In a sense, Windows 365 is Microsoft’s take on desktop-as-a-service (DaaS), with slightly easier setup and maintenance and a move from pay-per-use to fixed monthly cost. Just like DaaS, Microsoft already foresees some user experience challenges with the service and created built-in analytics tools to troubleshoot latency and performance issues through Microsoft Endpoint Manager, as well as the ability to upgrade to a more expensive VM (an action called “Resize”) when the low-end VM hardware resources wouldn’t suffice.
Other DaaS and VDI solutions are able to guarantee a consistent desktop environment by leveraging non-persistent virtual machines that are built on the fly from a clean trusted golden image. Windows 365, however, is exposed to IT maintenance issues as the cloud PC is a persistent long-lived Windows instance that needs to be patched, fixed, and managed just like physical PCs.
We see these as the main challenges for Windows 365:
1. A challenging user experience over a high latency or low bandwidth connection. Unfortunately, even in 2021, there are still large regions of the globe in which connectivity isn’t great. As home internet usage is increasing with remote work, remote education, and entertainment, the bandwidth available at home can further shrink. Furthermore, if the Azure region on which the Windows 365 VM is hosted isn’t nearby, latency is expected to be high. This would result in a poor user experience for users in which every app click requires a full long network round trip, something that Microsoft and organizations cannot really change or fix.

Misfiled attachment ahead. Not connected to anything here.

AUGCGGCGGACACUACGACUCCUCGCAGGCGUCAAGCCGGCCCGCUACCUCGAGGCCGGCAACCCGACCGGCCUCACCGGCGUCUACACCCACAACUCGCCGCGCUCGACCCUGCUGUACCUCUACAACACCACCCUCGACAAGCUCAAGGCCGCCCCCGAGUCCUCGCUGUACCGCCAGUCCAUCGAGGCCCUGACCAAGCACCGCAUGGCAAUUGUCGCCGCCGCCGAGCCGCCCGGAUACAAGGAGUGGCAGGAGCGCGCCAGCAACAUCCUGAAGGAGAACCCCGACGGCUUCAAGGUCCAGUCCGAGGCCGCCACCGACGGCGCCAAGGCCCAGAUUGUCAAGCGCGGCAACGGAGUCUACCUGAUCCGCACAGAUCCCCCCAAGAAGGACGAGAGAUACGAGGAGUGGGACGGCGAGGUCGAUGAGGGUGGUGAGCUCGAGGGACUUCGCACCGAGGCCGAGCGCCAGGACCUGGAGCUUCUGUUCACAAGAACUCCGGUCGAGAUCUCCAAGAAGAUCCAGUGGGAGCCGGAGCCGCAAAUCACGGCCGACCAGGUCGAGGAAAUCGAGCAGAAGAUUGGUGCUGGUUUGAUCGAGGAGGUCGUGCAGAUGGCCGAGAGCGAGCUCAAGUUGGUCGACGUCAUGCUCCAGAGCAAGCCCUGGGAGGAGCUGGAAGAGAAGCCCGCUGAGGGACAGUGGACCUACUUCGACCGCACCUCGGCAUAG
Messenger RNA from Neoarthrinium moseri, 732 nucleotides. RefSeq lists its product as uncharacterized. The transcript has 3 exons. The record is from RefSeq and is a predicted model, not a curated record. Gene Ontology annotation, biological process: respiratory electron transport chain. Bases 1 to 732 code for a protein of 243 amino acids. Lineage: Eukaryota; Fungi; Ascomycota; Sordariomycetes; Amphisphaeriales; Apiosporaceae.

For users who need to do video calls (e.g. Zoom) on the remote cloud PC – this will also be challenging without special custom tweaks.
2. No offline support. Windows 365 does not currently support any way to work offline. With COVID-19, it’s easy to forget that people still get on airplanes, or need access while working in locations with scarce or limited internet connectivity.
Future support for offline access to the same enterprise image hosted on Windows 365 (with the same security controls, same apps, and same data) will be a challenge for Microsoft as it may require syncing dozens of Gigabytes of data between the user’s local device and the remote cloud PC, including the custom enterprise OS image, all user applications and data.